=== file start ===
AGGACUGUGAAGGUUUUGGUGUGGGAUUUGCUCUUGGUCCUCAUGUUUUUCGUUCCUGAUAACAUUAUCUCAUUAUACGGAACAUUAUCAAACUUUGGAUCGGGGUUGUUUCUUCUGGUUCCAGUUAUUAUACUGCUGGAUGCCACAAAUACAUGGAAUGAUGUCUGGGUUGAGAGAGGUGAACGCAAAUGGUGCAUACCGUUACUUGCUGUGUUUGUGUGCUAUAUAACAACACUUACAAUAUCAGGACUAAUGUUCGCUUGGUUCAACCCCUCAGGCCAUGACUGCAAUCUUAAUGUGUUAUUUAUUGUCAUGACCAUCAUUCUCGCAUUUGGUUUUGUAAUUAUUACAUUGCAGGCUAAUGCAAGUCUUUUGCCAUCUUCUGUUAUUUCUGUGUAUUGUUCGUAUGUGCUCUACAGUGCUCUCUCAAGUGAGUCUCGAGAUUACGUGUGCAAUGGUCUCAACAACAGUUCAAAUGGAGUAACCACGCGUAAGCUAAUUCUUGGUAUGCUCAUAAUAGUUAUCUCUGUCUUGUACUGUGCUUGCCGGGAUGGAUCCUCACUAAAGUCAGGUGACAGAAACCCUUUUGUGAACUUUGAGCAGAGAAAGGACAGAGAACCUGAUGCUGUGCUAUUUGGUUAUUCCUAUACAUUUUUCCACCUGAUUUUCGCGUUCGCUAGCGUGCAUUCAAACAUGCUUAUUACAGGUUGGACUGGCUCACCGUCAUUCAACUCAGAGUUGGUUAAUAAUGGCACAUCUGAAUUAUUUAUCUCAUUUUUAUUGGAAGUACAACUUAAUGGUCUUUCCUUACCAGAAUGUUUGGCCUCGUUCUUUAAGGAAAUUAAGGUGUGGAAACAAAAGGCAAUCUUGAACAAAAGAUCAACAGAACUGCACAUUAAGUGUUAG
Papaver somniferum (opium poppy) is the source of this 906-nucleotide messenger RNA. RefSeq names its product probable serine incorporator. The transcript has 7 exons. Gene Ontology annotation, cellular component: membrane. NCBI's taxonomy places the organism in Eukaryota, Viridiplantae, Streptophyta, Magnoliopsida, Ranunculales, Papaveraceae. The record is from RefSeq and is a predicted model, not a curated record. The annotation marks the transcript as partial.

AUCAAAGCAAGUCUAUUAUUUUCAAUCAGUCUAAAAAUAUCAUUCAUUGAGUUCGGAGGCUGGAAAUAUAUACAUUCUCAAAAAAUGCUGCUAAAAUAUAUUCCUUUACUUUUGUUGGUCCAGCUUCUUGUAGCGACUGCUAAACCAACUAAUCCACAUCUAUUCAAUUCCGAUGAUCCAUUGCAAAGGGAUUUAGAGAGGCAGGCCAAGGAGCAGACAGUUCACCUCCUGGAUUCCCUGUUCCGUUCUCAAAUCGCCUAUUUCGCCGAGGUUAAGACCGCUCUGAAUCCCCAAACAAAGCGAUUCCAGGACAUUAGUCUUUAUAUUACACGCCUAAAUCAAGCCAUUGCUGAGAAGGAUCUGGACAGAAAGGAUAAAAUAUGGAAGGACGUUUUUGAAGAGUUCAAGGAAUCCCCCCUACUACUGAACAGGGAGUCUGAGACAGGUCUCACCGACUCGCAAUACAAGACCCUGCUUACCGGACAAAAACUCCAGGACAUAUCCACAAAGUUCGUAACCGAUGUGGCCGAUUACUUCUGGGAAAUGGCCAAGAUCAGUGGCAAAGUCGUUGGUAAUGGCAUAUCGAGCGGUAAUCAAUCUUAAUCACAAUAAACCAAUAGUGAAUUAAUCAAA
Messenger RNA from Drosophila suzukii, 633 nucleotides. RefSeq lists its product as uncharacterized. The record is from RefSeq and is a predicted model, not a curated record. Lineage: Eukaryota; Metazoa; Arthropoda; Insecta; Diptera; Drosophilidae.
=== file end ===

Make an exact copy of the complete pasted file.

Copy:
AGGACUGUGAAGGUUUUGGUGUGGGAUUUGCUCUUGGUCCUCAUGUUUUUCGUUCCUGAUAACAUUAUCUCAUUAUACGGAACAUUAUCAAACUUUGGAUCGGGGUUGUUUCUUCUGGUUCCAGUUAUUAUACUGCUGGAUGCCACAAAUACAUGGAAUGAUGUCUGGGUUGAGAGAGGUGAACGCAAAUGGUGCAUACCGUUACUUGCUGUGUUUGUGUGCUAUAUAACAACACUUACAAUAUCAGGACUAAUGUUCGCUUGGUUCAACCCCUCAGGCCAUGACUGCAAUCUUAAUGUGUUAUUUAUUGUCAUGACCAUCAUUCUCGCAUUUGGUUUUGUAAUUAUUACAUUGCAGGCUAAUGCAAGUCUUUUGCCAUCUUCUGUUAUUUCUGUGUAUUGUUCGUAUGUGCUCUACAGUGCUCUCUCAAGUGAGUCUCGAGAUUACGUGUGCAAUGGUCUCAACAACAGUUCAAAUGGAGUAACCACGCGUAAGCUAAUUCUUGGUAUGCUCAUAAUAGUUAUCUCUGUCUUGUACUGUGCUUGCCGGGAUGGAUCCUCACUAAAGUCAGGUGACAGAAACCCUUUUGUGAACUUUGAGCAGAGAAAGGACAGAGAACCUGAUGCUGUGCUAUUUGGUUAUUCCUAUACAUUUUUCCACCUGAUUUUCGCGUUCGCUAGCGUGCAUUCAAACAUGCUUAUUACAGGUUGGACUGGCUCACCGUCAUUCAACUCAGAGUUGGUUAAUAAUGGCACAUCUGAAUUAUUUAUCUCAUUUUUAUUGGAAGUACAACUUAAUGGUCUUUCCUUACCAGAAUGUUUGGCCUCGUUCUUUAAGGAAAUUAAGGUGUGGAAACAAAAGGCAAUCUUGAACAAAAGAUCAACAGAACUGCACAUUAAGUGUUAG
Papaver somniferum (opium poppy) is the source of this 906-nucleotide messenger RNA. RefSeq names its product probable serine incorporator. The transcript has 7 exons. Gene Ontology annotation, cellular component: membrane. NCBI's taxonomy places the organism in Eukaryota, Viridiplantae, Streptophyta, Magnoliopsida, Ranunculales, Papaveraceae. The record is from RefSeq and is a predicted model, not a curated record. The annotation marks the transcript as partial.

AUCAAAGCAAGUCUAUUAUUUUCAAUCAGUCUAAAAAUAUCAUUCAUUGAGUUCGGAGGCUGGAAAUAUAUACAUUCUCAAAAAAUGCUGCUAAAAUAUAUUCCUUUACUUUUGUUGGUCCAGCUUCUUGUAGCGACUGCUAAACCAACUAAUCCACAUCUAUUCAAUUCCGAUGAUCCAUUGCAAAGGGAUUUAGAGAGGCAGGCCAAGGAGCAGACAGUUCACCUCCUGGAUUCCCUGUUCCGUUCUCAAAUCGCCUAUUUCGCCGAGGUUAAGACCGCUCUGAAUCCCCAAACAAAGCGAUUCCAGGACAUUAGUCUUUAUAUUACACGCCUAAAUCAAGCCAUUGCUGAGAAGGAUCUGGACAGAAAGGAUAAAAUAUGGAAGGACGUUUUUGAAGAGUUCAAGGAAUCCCCCCUACUACUGAACAGGGAGUCUGAGACAGGUCUCACCGACUCGCAAUACAAGACCCUGCUUACCGGACAAAAACUCCAGGACAUAUCCACAAAGUUCGUAACCGAUGUGGCCGAUUACUUCUGGGAAAUGGCCAAGAUCAGUGGCAAAGUCGUUGGUAAUGGCAUAUCGAGCGGUAAUCAAUCUUAAUCACAAUAAACCAAUAGUGAAUUAAUCAAA
Messenger RNA from Drosophila suzukii, 633 nucleotides. RefSeq lists its product as uncharacterized. The record is from RefSeq and is a predicted model, not a curated record. Lineage: Eukaryota; Metazoa; Arthropoda; Insecta; Diptera; Drosophilidae.